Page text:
- Because the color of tea is more rich redish Amber to Brownish red instead of nearly black dark brown color.
- Because there is a separate tea category as Black tea (Hei Cha) in Chinese. Since the name of black tea has already been used for Red Tea (Hong Cha) in English, so the Chinese Hei Cha can also be named and known as Dark Tea.
- Liu Bao from from Wuzhou, Guanxi
- Fu Cha from Anhua, Hunan
- Ya An Hei Cha from Sichuan
Why dark tea is known as black tea in Chinese? It’s simple, as you can see that the color of dried leaves is almost like black. It does not nice look shape or fine aroma like what we can notice from green tea, oolong or black tea (red tea); but you will be amazed by its flavour and taste.
All Black Tea (Dark tea) share a same unique process, that’s post-fermentation, tea can be stored for almost forever (the taste and value increased by its natural aging process) and the flavour and taste can be transformed amazingly, fine and gentle. The biggest difference of these traditional Dark Tea (Hei Cha) from Puerh is, in Puerh it is further divided in Raw and Ripped, but in other Hei Cha, there is only one, the full and post-fermented quality; some are compressed into cake or brick, and some not. For example Liu Bao is in loose package.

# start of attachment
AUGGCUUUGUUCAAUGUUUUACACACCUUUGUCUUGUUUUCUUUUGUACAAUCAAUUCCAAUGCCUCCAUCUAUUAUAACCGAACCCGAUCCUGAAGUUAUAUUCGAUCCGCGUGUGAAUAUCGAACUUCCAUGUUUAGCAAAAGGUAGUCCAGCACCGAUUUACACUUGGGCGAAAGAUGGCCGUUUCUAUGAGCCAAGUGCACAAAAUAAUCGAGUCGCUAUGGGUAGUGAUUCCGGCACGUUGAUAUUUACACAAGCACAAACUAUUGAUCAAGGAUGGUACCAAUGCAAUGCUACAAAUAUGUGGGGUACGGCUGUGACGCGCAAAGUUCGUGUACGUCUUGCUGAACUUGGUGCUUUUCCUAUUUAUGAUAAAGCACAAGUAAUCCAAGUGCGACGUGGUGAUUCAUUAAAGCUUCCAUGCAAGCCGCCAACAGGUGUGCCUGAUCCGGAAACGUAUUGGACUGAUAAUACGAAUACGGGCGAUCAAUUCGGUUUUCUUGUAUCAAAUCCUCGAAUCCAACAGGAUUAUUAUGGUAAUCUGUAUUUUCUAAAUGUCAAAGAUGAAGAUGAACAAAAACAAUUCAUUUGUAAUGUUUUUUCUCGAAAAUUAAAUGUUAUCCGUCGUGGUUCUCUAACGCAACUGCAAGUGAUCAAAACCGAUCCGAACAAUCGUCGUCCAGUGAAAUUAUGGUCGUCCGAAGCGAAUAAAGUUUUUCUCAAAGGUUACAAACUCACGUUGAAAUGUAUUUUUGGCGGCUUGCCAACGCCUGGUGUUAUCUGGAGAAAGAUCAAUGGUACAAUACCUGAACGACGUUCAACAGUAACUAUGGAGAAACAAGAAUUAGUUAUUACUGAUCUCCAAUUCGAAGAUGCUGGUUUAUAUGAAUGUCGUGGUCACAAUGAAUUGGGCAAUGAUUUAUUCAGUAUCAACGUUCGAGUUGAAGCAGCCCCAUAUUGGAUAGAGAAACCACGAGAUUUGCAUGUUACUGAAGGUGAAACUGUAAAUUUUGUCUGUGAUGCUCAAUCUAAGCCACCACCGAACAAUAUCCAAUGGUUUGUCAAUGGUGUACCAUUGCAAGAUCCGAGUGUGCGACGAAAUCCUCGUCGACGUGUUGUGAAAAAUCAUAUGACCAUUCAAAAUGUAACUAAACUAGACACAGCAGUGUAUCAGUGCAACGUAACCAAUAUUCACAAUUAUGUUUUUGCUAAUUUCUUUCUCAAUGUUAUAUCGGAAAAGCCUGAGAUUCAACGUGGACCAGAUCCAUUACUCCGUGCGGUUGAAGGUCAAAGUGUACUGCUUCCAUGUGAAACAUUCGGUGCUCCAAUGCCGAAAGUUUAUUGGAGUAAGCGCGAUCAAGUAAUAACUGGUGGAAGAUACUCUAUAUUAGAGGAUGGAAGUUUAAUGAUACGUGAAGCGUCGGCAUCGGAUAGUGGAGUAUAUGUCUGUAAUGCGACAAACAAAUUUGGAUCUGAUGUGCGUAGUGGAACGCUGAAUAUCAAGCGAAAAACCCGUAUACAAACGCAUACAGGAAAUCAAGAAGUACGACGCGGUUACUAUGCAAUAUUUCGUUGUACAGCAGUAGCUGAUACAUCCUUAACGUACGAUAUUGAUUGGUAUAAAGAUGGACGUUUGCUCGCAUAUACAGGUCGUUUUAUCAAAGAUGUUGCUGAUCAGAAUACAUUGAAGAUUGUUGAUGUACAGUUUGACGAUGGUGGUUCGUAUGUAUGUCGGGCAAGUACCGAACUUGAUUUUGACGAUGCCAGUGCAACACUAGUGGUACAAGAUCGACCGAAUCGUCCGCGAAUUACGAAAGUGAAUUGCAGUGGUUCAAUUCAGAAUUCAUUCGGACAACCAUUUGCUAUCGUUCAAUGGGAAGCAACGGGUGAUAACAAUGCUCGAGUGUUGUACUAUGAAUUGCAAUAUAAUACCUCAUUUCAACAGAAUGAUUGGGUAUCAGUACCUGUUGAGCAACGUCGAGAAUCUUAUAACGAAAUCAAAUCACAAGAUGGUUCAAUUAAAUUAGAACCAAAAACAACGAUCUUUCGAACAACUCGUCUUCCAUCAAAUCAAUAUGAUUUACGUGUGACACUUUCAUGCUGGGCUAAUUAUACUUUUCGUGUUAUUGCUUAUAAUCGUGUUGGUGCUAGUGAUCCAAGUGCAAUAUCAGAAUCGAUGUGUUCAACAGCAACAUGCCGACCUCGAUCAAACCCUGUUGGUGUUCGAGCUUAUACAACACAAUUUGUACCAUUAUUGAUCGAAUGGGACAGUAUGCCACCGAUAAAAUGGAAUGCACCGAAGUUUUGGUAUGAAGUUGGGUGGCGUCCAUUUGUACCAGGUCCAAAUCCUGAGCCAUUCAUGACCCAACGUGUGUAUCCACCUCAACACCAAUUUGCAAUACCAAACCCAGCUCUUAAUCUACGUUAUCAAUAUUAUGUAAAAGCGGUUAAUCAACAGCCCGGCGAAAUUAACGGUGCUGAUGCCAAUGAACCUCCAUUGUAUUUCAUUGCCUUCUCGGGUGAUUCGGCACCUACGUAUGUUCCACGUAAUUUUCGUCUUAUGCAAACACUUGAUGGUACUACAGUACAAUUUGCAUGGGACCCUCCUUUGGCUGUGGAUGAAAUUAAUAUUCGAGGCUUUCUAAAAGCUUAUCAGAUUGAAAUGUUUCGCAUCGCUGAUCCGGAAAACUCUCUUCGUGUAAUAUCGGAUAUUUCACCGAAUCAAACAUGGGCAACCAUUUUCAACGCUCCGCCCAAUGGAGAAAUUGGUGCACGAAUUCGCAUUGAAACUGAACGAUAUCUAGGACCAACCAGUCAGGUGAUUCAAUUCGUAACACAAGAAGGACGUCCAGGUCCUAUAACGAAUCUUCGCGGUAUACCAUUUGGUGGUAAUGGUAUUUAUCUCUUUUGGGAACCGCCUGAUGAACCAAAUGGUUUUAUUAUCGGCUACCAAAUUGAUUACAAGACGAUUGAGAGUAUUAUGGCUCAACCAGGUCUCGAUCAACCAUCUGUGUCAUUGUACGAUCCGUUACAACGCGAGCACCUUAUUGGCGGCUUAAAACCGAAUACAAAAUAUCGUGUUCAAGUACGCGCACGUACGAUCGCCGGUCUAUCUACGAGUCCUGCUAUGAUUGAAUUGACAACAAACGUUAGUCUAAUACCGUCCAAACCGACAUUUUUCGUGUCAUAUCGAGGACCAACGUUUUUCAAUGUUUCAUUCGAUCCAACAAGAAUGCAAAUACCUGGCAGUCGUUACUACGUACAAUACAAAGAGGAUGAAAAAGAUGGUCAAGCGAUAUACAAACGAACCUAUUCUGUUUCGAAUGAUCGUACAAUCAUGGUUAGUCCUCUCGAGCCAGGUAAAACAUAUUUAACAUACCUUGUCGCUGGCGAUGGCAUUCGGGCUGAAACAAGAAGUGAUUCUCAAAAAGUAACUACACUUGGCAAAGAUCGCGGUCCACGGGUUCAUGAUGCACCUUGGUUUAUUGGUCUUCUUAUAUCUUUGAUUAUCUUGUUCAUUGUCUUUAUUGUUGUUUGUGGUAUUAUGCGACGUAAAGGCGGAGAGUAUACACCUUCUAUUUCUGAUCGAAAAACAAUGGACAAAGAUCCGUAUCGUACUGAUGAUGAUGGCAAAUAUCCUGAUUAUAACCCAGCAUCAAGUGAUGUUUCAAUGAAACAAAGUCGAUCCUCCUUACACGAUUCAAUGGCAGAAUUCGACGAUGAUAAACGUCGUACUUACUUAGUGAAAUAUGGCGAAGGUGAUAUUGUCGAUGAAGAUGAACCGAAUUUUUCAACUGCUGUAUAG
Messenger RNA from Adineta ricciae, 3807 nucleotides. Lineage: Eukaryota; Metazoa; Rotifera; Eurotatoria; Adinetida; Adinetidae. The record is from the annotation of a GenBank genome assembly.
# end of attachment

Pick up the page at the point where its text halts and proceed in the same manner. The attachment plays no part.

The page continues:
- Vision : very dried dark almost black color. The tea color is kind of mixture of organe with copper brown; clarity and rich.
- Flavour: no much aroma from dried leaves, but once it’s being warmed up in pot, then there is a notion of fungus with the mixture of woody and dried plum flavour
- Taste: Mild, smooth with a notion of sweetness, easy to drink. Due to the post fermentation, so there is no very strong after taste punch up in the mouth except the taste of sweetness and smoothness.
- 1g vs. 50ml water
- water temperature: 95-99 Celsius
- matching teaware: nakked ceramic teapot or porcelain gaiwan
- Steeping: 1min. (subject to the preference of your taste)
- Drinking : Don’t hurry up to drink the tea from your cup especially with the dark tea (black tea), the flavour is getting even more finer when the temperature drops to about 80-85 Celsius.